Sodium hypochlorite: Introduction, Preparation and Uses
Introduction of Sodium hypochlorite
Sodium hypochlorite (NaOCl) in solution exhibits broad-spectrum anti-microbial ( bacteria, virus, fungi, and parasites) activity and is widely used in healthcare facilities in a variety of settings. It is usually diluted in water depending on its intended use. “Strong chlorine solution” is a 0.5% solution of hypochlorite (containing approximately 5000 ppm free chlorine) used for disinfecting areas contaminated with body fluids, including large blood spills (the area is first cleaned with detergent before being disinfected). It is also known as bleach and the most common disinfectant used in medical laboratories.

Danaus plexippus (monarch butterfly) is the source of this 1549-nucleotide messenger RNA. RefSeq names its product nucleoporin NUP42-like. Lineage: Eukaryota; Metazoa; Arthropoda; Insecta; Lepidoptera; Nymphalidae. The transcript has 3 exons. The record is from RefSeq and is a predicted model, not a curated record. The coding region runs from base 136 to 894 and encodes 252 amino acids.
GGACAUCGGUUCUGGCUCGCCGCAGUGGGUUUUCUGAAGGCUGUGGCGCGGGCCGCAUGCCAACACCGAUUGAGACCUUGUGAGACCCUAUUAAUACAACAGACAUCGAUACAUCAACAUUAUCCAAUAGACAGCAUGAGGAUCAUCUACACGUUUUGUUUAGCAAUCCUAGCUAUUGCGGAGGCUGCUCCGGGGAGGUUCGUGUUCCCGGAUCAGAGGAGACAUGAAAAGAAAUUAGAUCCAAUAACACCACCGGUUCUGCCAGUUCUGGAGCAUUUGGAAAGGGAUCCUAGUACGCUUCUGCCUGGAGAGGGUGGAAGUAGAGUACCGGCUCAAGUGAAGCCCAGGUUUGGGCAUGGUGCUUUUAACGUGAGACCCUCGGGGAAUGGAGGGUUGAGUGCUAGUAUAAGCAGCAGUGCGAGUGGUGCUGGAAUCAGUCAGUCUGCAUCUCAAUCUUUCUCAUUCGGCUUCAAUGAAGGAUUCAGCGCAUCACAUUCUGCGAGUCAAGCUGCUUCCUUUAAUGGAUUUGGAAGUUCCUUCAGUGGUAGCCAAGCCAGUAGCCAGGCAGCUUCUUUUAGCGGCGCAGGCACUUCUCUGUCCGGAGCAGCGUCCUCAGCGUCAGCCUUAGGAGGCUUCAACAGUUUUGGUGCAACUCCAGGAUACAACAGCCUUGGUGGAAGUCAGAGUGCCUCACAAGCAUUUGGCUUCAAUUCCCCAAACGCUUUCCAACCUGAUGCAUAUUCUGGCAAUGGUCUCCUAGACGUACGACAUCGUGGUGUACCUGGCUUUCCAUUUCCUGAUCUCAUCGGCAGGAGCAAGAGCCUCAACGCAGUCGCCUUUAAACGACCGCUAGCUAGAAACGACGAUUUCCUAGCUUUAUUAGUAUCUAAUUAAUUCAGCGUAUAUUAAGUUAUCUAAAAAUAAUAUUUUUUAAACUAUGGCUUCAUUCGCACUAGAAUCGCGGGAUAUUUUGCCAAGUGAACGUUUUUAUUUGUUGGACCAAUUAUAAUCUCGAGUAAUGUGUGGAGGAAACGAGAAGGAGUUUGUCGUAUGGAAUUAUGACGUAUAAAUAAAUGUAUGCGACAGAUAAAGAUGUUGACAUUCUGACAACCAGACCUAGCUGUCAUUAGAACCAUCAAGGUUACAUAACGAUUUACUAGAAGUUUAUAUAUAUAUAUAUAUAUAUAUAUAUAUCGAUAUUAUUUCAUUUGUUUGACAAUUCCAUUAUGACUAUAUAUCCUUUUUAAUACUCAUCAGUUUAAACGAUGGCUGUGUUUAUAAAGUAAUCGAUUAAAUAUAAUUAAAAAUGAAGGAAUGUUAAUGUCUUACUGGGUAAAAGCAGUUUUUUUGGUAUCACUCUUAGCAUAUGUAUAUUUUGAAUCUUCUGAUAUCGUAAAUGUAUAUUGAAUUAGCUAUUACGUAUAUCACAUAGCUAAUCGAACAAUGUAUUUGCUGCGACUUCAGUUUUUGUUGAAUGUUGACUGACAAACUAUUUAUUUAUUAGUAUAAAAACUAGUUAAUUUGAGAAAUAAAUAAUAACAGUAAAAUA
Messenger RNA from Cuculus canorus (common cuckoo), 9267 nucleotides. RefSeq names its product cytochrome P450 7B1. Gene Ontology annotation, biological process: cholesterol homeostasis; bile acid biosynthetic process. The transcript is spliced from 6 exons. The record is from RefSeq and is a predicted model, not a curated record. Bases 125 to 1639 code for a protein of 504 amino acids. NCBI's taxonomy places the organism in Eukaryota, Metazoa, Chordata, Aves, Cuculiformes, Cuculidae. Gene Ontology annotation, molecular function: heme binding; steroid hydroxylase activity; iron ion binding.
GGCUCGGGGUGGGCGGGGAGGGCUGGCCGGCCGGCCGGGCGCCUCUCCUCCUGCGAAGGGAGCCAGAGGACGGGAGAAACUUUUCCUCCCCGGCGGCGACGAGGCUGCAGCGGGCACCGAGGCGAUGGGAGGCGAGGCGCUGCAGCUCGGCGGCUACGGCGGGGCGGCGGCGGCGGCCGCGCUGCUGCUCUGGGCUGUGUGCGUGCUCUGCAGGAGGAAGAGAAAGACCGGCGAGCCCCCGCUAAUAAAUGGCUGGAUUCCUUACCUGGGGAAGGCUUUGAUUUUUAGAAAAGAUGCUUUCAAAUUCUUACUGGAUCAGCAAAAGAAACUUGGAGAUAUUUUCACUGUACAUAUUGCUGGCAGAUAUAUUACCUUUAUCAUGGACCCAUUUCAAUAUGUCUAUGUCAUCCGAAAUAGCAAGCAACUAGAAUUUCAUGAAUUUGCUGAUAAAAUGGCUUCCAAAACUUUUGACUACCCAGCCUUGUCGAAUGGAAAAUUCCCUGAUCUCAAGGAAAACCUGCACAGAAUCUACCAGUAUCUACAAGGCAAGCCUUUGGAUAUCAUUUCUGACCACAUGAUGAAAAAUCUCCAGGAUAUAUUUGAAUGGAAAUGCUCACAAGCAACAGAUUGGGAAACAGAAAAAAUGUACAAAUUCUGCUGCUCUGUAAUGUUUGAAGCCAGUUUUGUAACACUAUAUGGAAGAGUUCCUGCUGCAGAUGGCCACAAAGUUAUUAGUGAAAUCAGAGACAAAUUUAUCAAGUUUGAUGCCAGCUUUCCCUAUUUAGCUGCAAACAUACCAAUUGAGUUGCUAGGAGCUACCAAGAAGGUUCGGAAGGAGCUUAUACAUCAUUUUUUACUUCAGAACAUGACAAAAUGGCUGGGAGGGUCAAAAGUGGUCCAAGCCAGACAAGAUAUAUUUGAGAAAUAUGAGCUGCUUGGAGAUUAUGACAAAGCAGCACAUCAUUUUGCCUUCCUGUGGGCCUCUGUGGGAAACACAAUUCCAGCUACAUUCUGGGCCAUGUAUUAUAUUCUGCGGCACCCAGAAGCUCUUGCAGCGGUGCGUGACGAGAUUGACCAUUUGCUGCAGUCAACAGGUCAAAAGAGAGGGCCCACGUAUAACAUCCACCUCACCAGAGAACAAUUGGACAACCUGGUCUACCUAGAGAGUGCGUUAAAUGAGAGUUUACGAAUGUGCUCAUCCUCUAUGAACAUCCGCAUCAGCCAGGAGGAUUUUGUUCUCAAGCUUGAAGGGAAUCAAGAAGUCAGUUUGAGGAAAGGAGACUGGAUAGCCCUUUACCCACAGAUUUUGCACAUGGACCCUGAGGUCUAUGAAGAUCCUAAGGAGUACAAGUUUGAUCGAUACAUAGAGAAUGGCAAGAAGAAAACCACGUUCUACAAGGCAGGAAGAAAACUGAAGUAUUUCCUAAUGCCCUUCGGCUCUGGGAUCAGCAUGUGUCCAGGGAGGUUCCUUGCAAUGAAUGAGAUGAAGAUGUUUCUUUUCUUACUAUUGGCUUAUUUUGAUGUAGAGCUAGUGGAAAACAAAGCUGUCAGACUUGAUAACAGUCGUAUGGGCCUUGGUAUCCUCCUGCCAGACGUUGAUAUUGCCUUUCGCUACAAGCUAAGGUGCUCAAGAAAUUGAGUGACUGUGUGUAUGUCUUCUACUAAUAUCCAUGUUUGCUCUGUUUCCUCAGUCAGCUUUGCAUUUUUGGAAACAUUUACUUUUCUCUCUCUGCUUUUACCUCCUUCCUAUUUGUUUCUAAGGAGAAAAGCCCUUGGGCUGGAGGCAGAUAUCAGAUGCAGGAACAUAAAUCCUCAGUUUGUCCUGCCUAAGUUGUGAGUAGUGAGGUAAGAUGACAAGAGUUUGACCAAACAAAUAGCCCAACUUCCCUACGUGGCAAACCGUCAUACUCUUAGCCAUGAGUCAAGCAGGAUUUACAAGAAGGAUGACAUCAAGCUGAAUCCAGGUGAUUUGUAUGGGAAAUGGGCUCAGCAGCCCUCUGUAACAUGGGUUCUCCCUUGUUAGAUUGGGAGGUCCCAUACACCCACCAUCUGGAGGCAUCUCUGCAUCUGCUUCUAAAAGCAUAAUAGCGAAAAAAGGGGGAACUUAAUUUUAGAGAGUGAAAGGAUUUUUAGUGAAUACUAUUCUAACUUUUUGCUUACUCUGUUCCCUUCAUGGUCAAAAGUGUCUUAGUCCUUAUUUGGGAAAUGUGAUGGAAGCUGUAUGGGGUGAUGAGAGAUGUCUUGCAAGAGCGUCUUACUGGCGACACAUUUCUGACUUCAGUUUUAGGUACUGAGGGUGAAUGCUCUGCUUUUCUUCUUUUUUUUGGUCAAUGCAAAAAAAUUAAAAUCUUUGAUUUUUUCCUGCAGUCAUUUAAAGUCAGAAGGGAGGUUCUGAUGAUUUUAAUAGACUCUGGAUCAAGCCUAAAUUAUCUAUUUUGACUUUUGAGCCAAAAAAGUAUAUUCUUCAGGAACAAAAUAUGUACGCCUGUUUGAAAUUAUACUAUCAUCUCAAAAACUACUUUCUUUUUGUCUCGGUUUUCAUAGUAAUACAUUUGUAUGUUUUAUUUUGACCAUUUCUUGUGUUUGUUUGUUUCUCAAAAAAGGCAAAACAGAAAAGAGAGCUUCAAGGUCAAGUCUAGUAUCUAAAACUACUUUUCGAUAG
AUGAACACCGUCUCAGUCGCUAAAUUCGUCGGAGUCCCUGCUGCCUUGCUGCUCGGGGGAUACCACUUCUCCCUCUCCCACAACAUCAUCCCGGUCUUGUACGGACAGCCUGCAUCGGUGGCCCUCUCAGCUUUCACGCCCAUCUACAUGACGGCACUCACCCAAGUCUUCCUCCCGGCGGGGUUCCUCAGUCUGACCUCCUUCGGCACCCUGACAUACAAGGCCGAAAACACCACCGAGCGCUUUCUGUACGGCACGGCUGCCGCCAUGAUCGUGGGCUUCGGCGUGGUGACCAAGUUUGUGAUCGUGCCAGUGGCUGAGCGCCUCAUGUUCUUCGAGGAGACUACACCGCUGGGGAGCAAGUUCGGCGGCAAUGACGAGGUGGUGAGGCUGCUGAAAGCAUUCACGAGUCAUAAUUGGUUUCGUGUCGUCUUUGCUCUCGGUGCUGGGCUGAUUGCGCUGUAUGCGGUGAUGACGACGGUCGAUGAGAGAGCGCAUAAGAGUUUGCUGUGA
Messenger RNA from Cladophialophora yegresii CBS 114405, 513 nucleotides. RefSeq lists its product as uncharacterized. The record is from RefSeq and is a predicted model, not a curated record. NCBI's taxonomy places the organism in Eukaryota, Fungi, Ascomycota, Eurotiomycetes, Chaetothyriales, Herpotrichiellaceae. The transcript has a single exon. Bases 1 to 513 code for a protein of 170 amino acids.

Reactions for free chlorine formation:
Cl2 (g) + H2O <=> HOCl + Cl- + H+
HOCl <=> OCl- + H+ (at pH >7.6)
Three different methods of application
HOCl + NH3 <=> NH2Cl (monochloramine) + H2O
NH2Cl + HOCl <=> NHCl2 (dichloramine) + H2O
NHCl2 + HOCl <=> NCl3 (trichloramine) + H2O
Preparation of working Sodium hypochlorite
Sodium hypochlorite is also called bleach.
It is prepared by following methods
Should be diluted: 0.5%
amount of water to be added to 1 part of concentrated hypochlorite= Concentrated/dilution-1
i.e. 7 parts water and 1 part concentrated hypochlorite
It means 7 glass water and 1 glass concentrated hypochlorite.
C1= Concentrated hypochlorite or stock
V1= Volume of required stock
C2=Concentration of working solution which is required i.e. 0.5%
V1=Volume to be prepared i.e.Known-2000ml
It means 1750 ml water and 250 ml concentrated hypochlorite and final volume 20000 ml i.e. working hypochlorite.
Uses of Sodium hypochlorite
Chlorine is used in free, hypochlorite as well as chloramine forms.